Glitter is a big part of the holiday season. It’s used in gift wrapping, kids’ costumes and makeup, and it’s oftentimes hard to clean up.
“In modern glitter production, aluminum and polyethylene terephthalate (microplastics) are usually combined to produce the final product,” Amin Babaeighazvini said.
Babaeighazvini is a PhD student at USask part of the research team that created ChiralGlitter, a plant-based product that can replace glitter.
“Although I have developed a number of biodegradable films over the past eight years, we have recently developed biodegradable and edible glitters from natural resources that do not include microplastics.”
The research team says microplastics have significant impacts on ecosystems, noting that they are non-biodegradable, environmentally toxic and can reach remote parts of the world if they enter waterways.
“We use a biomaterial such as wood or agricultural waste to synthesize cellulose nanocrystals,” Babaeighazvini said.
“Then, we fabricate functional materials from those nanocrystals, such as these biodegradable and edible glitters. The thing that makes this eco-friendly and non-toxic is the cellulose. Nanocrystals are from nature.”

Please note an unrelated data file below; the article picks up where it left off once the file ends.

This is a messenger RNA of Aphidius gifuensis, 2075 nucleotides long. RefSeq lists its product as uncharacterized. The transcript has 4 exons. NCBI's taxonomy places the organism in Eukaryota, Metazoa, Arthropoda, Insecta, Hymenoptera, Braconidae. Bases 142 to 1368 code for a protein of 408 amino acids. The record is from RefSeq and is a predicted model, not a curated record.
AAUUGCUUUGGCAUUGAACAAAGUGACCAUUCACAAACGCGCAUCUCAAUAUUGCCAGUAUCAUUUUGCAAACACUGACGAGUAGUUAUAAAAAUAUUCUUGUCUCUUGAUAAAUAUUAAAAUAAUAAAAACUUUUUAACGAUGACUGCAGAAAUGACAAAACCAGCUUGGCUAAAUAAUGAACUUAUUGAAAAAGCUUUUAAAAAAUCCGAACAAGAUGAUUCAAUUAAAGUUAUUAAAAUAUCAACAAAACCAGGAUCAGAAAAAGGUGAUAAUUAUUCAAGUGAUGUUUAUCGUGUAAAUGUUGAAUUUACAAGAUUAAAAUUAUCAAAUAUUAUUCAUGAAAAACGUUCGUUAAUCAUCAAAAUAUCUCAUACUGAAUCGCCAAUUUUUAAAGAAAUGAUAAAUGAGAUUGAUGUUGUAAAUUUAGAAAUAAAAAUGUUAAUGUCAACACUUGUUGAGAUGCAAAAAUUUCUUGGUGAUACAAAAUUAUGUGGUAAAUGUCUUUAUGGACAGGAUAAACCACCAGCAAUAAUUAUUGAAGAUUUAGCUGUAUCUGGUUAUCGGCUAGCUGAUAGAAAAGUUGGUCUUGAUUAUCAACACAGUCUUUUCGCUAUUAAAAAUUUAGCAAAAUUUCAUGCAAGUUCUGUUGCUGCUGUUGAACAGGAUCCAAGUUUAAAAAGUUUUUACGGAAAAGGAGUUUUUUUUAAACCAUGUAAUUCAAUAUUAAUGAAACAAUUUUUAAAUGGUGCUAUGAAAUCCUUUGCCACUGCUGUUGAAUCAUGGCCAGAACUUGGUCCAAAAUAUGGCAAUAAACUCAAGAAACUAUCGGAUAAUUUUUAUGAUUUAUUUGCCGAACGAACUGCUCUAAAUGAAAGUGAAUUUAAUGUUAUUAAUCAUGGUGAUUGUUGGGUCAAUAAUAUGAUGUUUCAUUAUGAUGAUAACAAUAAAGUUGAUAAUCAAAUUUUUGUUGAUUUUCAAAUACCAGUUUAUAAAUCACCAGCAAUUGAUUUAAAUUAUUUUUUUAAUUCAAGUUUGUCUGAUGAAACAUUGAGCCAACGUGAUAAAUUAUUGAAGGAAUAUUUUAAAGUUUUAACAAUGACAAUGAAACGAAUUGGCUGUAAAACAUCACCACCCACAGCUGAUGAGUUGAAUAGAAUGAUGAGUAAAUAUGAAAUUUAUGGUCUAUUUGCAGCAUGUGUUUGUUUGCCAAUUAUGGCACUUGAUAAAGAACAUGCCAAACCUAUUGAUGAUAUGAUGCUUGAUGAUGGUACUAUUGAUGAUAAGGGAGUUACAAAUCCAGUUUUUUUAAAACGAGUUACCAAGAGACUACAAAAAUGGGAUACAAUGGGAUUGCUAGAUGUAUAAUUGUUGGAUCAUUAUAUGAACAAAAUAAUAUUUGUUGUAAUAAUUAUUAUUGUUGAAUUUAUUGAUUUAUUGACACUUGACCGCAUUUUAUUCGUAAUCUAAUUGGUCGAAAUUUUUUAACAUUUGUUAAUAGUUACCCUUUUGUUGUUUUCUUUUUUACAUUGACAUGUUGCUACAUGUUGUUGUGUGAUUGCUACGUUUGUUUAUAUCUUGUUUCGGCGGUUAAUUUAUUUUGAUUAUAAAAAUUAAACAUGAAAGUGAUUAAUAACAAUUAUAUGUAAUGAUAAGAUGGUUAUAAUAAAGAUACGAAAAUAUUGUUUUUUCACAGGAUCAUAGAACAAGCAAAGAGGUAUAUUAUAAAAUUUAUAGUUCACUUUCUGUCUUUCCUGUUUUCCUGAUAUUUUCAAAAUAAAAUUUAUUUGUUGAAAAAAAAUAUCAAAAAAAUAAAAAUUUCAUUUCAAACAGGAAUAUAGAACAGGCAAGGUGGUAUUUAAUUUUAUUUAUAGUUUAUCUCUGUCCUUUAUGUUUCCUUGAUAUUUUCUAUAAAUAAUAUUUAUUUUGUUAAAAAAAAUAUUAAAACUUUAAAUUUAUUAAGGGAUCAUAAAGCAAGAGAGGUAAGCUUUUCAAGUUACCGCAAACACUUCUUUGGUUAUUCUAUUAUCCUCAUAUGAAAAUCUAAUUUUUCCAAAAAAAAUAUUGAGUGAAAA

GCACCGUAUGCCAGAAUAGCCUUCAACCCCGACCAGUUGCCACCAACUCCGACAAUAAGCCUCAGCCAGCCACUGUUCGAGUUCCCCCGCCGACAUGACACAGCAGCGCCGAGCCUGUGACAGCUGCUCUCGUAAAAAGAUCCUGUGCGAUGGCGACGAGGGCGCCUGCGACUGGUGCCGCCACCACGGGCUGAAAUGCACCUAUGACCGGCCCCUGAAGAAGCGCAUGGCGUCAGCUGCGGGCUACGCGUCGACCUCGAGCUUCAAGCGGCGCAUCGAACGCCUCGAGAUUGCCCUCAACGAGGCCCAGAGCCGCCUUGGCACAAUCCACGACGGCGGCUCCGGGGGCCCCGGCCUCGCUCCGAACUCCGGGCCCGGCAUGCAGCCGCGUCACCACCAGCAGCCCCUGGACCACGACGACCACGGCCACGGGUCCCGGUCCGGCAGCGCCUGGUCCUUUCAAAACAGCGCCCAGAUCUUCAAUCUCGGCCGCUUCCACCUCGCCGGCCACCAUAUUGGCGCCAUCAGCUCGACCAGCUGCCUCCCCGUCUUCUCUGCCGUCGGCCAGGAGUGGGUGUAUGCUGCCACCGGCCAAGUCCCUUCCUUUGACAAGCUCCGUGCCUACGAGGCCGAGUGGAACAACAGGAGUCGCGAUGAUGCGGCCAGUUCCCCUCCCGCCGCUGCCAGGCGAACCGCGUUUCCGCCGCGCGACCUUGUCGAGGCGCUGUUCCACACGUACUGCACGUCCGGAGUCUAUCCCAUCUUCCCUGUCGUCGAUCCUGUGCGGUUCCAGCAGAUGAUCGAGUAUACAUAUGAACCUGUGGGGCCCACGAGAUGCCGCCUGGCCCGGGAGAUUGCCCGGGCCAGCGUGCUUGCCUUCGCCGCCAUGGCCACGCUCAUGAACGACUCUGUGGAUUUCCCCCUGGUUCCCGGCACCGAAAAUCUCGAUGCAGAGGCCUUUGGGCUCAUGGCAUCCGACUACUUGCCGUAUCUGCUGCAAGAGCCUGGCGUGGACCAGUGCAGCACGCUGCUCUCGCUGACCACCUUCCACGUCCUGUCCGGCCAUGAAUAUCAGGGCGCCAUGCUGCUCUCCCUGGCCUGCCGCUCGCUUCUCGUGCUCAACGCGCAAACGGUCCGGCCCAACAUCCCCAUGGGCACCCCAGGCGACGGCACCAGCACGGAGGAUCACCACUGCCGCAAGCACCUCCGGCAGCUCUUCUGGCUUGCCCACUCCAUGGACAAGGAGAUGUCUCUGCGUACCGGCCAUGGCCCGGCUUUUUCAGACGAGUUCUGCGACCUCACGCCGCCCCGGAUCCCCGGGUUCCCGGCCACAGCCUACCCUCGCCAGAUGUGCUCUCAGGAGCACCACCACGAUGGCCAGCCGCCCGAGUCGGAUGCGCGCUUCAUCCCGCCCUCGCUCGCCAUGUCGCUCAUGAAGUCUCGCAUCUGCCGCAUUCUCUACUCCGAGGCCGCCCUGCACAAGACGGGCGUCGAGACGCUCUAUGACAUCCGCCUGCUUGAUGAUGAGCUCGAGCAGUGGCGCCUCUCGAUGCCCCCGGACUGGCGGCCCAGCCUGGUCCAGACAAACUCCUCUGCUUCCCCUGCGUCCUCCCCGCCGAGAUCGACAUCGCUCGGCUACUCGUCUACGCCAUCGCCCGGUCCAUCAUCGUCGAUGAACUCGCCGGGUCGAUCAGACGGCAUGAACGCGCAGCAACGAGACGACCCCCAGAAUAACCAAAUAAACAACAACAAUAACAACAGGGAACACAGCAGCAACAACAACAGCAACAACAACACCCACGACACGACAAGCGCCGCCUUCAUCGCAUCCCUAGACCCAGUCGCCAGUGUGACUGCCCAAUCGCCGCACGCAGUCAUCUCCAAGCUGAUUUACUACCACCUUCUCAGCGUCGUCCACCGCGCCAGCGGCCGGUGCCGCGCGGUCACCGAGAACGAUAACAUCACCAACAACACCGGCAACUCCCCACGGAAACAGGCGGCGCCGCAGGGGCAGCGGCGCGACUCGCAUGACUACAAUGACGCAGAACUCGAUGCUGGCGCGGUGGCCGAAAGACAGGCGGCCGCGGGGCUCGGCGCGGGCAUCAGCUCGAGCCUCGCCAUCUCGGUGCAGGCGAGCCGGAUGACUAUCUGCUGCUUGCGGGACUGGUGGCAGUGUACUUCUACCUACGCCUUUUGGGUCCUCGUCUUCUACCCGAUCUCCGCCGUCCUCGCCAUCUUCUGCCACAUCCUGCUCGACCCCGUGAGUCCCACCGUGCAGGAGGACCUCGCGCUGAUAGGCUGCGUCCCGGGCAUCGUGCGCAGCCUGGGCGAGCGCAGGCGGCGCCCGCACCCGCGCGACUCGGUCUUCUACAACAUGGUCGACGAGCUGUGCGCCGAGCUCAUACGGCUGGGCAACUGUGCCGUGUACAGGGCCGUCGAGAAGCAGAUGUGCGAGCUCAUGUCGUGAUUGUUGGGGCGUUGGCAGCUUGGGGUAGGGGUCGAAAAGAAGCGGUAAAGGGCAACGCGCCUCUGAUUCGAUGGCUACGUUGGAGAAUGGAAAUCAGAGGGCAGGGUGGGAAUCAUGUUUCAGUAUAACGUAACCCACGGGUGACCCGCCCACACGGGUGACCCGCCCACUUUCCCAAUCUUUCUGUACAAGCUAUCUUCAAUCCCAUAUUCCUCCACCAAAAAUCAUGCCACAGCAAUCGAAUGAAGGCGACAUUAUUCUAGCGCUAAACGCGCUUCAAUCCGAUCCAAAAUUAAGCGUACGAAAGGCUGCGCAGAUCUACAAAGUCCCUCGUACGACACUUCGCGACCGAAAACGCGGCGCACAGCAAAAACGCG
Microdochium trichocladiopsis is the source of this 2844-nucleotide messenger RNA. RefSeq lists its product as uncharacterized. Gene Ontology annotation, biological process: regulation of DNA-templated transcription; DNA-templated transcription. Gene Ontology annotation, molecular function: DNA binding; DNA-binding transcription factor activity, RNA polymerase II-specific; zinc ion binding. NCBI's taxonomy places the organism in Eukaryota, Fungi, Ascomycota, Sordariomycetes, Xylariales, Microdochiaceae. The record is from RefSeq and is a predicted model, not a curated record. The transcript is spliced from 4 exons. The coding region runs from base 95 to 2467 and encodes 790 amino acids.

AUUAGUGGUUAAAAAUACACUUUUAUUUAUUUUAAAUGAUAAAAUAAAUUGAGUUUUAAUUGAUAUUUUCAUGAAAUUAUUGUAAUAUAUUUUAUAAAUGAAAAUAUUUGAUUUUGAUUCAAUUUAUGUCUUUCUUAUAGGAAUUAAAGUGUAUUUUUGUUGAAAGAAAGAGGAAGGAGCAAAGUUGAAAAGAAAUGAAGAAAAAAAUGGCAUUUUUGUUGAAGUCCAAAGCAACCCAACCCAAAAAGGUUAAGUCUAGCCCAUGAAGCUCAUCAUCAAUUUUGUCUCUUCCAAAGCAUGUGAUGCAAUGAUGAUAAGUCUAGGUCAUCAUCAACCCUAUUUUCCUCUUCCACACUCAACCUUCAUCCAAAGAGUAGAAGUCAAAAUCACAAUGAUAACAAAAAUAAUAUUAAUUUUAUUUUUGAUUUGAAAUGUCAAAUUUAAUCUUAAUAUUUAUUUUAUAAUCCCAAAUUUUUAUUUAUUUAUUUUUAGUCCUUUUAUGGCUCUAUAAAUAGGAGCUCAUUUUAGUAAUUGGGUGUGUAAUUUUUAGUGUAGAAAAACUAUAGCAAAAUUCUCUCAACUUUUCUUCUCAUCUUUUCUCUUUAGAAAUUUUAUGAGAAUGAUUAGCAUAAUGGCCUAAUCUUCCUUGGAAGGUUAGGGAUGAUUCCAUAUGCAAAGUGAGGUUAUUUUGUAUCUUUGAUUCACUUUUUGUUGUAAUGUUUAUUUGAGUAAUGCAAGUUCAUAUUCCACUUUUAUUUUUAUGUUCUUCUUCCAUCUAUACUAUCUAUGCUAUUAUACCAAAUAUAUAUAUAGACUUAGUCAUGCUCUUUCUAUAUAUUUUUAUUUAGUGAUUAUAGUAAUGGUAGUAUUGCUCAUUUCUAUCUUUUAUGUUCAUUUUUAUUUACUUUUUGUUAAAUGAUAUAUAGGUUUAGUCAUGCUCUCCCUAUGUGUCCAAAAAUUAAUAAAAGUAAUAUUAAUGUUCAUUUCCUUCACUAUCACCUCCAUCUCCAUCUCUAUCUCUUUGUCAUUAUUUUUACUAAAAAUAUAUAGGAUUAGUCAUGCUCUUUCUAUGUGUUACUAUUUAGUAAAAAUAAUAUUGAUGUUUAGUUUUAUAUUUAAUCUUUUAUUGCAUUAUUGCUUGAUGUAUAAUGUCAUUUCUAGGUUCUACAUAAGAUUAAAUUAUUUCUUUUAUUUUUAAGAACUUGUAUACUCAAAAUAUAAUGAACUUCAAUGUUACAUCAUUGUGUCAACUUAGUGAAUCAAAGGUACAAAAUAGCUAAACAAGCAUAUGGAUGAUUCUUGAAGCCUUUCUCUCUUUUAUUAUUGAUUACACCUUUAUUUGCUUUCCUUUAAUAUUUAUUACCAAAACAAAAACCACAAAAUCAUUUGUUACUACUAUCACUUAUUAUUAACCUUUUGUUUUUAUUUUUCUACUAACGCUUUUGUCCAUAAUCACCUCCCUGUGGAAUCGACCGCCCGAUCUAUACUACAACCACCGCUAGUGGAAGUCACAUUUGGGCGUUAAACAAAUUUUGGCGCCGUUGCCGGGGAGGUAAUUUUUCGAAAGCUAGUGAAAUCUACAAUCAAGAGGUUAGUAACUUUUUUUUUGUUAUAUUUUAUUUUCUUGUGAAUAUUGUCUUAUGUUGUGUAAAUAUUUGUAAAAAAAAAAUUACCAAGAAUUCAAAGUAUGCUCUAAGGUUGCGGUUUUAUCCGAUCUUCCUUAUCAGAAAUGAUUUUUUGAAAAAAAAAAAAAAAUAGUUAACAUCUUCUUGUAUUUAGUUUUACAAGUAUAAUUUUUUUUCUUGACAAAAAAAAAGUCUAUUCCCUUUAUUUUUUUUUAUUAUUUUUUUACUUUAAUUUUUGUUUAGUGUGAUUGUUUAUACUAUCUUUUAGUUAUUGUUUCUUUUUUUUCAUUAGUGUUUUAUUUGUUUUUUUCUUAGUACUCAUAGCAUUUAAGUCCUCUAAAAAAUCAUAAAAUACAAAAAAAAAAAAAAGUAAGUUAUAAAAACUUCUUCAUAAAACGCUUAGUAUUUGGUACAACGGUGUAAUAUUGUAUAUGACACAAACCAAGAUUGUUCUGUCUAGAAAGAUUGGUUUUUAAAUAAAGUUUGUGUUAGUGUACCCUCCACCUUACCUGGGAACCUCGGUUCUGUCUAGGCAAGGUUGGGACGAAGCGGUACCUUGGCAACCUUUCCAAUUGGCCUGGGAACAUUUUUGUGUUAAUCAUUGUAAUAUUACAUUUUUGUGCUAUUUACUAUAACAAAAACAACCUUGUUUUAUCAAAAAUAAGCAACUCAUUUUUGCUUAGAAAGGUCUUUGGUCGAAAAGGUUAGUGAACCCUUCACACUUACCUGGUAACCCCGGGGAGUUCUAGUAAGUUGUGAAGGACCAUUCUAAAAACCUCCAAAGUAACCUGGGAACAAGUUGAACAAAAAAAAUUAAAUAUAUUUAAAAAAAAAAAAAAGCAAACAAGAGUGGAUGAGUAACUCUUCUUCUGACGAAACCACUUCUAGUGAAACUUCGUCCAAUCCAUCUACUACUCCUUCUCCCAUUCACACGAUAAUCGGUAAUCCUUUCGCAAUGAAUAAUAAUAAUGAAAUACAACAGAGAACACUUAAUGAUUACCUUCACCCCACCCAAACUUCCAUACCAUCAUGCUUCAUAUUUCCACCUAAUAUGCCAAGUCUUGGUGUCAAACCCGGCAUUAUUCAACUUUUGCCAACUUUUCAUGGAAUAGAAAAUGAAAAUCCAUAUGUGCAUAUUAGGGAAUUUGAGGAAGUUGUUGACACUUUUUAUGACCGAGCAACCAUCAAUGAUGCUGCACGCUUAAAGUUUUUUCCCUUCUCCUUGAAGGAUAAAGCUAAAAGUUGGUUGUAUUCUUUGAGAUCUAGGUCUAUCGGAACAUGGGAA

Babaeighazvini’s research supervisor, Bishnu Acharya, who is also an associate professor of engineering, says they’re aiming to see this product used in the cosmetic industry, adding that there are many uses for cellulose nanomaterials.
“In our lab, we always focus on how to get high-value material from something which is underutilized,” Acharya said.
“And one of the applications is a bio-glitter. But the goal is always, how can we maximize the value of the underutilized biomass and create a value chain to drive the bio-economy?”
Acharya said that based on how they change the structure of the biodegradable glitter, they can change the colour that gets reflected from the light.
He added they are working to create a business plan to produce and sell this product.